The bullets of cancel culture have been flying fast and furious in recent weeks and it seems a new public figure falls almost every day.
While many in “woke” society would suggest that cancel culture warfare is being waged for a just cause—to promote whatever their latest politically correct cause may be—many others increasingly disapprove. A new Harvard CAPS-Harris Poll finds that over a third of Americans believe “cancel culture is a ‘big problem,’” while nearly two-thirds of them believe “that there is ‘a growing cancel culture’ that is a threat to their freedom,” The Hill reports.
Citing the apparent cancellations of Piers Morgan and Sharon Osbourne, the American media personality who stood up for Morgan after he expressed disbelief over Meghan Markle’s interview with Oprah, The Hill reports that the average American believes canceling can reach beyond celebrities and even affect them. “The poll found that 54 percent of respondents said they were ‘concerned’ that if they expressed their opinions online that they would be banned or fired,” The Hill explained.
That’s pretty tragic. Actually, it’s more than tragic—it’s tyranny in its finest form.
Such tyranny was discussed by 19th century French political commentator Alexis de Tocqueville. Political oppression is nothing new, Tocqueville suggests in his famous work, Democracy in America. Yet the type of oppression seen in democratic republics like the United States is different from that seen in countries ruled by monarchs. “Under the absolute sway of an individual despot the body was attacked in order to subdue the soul, and the soul escaped the blows which were directed against it and rose superior to the attempt,” Tocqueville explains.
In democratic republics, however, it is the soul which comes under attack:
The sovereign can no longer say, ‘You shall think as I do on pain of death;’ but he says, ‘You are free to think differently from me, and to retain your life, your property, and all that you possess; but if such be your determination, you are henceforth an alien among your people.’
Tocqueville also envisions the enslavement such an existence brings:
‘You may retain your civil rights, but they will be useless to you, for you will never be chosen by your fellow-citizens if you solicit their suffrages, and they will affect to scorn you if you solicit their esteem. You will remain among men, but you will be deprived of the rights of mankind. Your fellow-creatures will shun you like an impure being, and those who are most persuaded of your innocence will abandon you too, lest they should be shunned in their turn. Go in peace! I have given you your life, but it is an existence in comparably worse than death.’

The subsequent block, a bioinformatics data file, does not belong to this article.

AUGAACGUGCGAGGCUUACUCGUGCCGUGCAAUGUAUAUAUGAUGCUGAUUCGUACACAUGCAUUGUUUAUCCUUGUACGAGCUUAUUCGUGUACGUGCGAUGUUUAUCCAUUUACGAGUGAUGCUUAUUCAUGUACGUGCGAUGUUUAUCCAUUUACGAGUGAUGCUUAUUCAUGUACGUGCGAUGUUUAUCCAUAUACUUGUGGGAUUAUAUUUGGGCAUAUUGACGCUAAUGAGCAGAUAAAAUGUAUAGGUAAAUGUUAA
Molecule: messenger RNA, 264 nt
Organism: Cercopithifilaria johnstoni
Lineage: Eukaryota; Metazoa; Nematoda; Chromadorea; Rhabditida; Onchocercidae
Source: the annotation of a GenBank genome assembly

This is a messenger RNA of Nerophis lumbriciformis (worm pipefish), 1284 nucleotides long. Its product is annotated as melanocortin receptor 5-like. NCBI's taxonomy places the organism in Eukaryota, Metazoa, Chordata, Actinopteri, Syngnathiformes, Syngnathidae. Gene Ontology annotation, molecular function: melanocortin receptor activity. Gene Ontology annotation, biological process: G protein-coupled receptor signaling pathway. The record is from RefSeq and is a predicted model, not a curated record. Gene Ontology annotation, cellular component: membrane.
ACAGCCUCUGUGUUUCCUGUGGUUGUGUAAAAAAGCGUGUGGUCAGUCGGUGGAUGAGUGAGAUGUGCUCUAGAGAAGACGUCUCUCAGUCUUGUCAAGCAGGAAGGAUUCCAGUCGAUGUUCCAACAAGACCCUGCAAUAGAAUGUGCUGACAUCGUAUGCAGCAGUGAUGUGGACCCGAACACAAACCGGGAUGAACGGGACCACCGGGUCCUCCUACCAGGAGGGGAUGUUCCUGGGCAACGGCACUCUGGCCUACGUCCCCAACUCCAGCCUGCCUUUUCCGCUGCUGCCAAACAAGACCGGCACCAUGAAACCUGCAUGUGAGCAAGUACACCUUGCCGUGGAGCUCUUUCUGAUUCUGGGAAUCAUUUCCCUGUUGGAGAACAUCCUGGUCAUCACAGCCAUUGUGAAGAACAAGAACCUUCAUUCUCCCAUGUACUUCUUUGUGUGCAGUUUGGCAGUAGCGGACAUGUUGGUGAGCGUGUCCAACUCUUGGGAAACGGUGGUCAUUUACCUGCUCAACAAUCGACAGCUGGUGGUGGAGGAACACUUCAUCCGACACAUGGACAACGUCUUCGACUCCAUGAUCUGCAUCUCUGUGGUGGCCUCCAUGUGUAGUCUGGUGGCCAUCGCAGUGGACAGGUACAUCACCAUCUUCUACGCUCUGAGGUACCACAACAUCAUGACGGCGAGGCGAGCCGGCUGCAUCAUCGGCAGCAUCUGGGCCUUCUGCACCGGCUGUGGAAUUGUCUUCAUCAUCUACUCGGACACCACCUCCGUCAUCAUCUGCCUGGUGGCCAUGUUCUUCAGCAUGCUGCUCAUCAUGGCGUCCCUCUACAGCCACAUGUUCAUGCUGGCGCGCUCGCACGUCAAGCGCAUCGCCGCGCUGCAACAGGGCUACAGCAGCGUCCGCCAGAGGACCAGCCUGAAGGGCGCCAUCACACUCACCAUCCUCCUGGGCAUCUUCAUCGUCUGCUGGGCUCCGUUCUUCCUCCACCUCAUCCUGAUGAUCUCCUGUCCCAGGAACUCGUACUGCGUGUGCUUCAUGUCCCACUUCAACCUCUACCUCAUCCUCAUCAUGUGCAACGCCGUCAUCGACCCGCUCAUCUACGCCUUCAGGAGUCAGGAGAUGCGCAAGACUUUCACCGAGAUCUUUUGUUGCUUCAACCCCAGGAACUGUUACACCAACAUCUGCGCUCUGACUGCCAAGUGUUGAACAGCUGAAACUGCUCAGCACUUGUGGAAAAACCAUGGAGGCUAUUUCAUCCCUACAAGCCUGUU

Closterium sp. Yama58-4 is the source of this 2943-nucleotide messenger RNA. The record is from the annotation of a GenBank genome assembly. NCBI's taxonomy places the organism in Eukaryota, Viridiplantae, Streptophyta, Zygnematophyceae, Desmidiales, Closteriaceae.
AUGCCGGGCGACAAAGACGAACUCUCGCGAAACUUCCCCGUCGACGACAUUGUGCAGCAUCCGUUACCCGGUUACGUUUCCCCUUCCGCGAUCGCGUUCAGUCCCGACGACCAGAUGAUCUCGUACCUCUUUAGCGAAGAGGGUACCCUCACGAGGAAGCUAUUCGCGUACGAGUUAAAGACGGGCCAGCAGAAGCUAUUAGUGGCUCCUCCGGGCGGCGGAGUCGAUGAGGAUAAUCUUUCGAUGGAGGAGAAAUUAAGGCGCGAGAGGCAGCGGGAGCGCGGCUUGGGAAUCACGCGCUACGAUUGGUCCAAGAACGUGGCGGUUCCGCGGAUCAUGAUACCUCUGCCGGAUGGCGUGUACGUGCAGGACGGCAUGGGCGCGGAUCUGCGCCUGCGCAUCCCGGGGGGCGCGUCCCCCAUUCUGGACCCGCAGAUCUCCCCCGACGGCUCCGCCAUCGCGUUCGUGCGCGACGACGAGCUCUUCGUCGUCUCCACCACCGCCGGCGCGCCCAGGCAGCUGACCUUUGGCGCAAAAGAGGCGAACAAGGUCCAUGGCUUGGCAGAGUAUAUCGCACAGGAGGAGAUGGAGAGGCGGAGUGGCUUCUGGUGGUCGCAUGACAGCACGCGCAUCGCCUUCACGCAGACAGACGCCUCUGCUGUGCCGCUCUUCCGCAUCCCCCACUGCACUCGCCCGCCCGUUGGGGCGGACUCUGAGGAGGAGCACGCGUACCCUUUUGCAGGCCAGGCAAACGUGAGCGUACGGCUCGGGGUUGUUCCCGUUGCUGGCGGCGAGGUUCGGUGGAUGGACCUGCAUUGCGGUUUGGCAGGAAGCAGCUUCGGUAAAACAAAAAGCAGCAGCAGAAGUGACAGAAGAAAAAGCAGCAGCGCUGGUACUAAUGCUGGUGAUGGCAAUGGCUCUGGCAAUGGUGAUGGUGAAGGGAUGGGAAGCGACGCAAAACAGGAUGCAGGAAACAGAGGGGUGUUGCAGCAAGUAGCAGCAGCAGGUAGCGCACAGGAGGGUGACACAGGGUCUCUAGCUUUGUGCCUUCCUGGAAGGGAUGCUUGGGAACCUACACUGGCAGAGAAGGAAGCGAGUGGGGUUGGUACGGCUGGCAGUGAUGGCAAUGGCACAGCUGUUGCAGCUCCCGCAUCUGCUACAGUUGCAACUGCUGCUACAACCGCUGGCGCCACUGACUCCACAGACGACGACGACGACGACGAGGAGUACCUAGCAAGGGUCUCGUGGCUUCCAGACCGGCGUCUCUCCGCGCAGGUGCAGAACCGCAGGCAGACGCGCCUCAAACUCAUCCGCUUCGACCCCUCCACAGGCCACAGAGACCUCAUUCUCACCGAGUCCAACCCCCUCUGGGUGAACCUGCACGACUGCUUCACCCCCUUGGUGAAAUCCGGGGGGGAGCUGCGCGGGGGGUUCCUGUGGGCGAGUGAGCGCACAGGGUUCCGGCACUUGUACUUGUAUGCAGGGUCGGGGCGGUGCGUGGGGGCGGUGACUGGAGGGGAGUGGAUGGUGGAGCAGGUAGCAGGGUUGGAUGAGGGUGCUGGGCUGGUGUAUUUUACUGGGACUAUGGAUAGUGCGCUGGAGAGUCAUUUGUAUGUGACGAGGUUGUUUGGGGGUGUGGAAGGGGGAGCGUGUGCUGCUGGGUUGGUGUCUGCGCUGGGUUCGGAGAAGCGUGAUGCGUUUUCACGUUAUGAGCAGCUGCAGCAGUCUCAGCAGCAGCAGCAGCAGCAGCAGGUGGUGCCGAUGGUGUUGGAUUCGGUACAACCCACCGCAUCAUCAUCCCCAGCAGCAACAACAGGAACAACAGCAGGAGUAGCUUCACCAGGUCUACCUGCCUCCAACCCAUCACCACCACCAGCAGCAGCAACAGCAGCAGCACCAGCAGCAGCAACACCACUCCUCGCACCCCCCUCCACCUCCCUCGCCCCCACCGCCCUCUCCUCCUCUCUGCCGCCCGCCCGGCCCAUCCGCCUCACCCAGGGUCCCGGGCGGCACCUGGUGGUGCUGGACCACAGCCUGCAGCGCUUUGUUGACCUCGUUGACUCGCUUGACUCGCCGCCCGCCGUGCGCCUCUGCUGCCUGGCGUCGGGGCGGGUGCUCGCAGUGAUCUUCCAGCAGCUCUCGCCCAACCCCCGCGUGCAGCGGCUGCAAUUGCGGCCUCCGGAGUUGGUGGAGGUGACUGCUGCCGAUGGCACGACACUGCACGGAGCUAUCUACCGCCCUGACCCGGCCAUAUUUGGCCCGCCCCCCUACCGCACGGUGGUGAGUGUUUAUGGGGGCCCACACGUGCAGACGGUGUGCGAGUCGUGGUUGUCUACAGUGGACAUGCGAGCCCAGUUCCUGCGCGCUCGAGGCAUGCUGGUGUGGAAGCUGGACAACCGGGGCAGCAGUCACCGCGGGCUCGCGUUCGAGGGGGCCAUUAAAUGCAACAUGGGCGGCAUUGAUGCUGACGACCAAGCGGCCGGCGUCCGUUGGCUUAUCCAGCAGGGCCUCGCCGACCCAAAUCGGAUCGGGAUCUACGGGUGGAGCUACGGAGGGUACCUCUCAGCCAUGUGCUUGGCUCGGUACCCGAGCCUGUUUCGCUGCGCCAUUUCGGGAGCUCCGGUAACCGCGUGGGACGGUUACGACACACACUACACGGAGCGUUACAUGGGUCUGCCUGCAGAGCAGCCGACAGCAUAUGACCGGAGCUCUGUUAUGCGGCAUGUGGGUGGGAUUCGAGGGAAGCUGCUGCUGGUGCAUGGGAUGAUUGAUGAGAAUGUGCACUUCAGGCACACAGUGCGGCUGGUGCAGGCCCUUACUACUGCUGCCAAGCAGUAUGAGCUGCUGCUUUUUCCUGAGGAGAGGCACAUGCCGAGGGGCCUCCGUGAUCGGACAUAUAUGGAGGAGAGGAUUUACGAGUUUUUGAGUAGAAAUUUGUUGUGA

Sounds familiar, huh?
We should beware such a state in democratic republics, Tocqueville explains, for they “restore oppression” by way of making it acceptable to the masses even while “making it still more onerous to the few.” This is “the nature of the power” which takes its course in any democratic republic and Tocqueville recognized its presence in America even while writing during the mid-19th century.
Yet as Tocqueville implies, this was not a large issue in America at the time in which he was writing because of the strong moral principles which made “the majority of the community… decent and orderly.”
It’s difficult to say that such is still the case. The most recent evidence to the contrary is that the share of Americans who are members of a church, synagogue, or mosque has dropped over 20 points in the last several decades. If America is no longer a devout, moral, upright nation, committed to the decency and order that Tocqueville observed, then it would seem his warnings about tyranny over a person’s soul, not just his body, have come to pass and are here to stay.
Benjamin Franklin famously declared after the Constitutional Convention that the delegates had given the nation a republic if they could keep it. Perhaps if we had maintained our strong commitment to religion and morality, we would have had a better chance at keeping our republic from the tyranny we are presently experiencing. Perhaps then, too, we would not be waging a continuous battle against this ridiculous cancel culture.
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Annie Holmquist is the editor of Intellectual Takeout. When not writing or editing, she enjoys reading, gardening, and time with family and friends.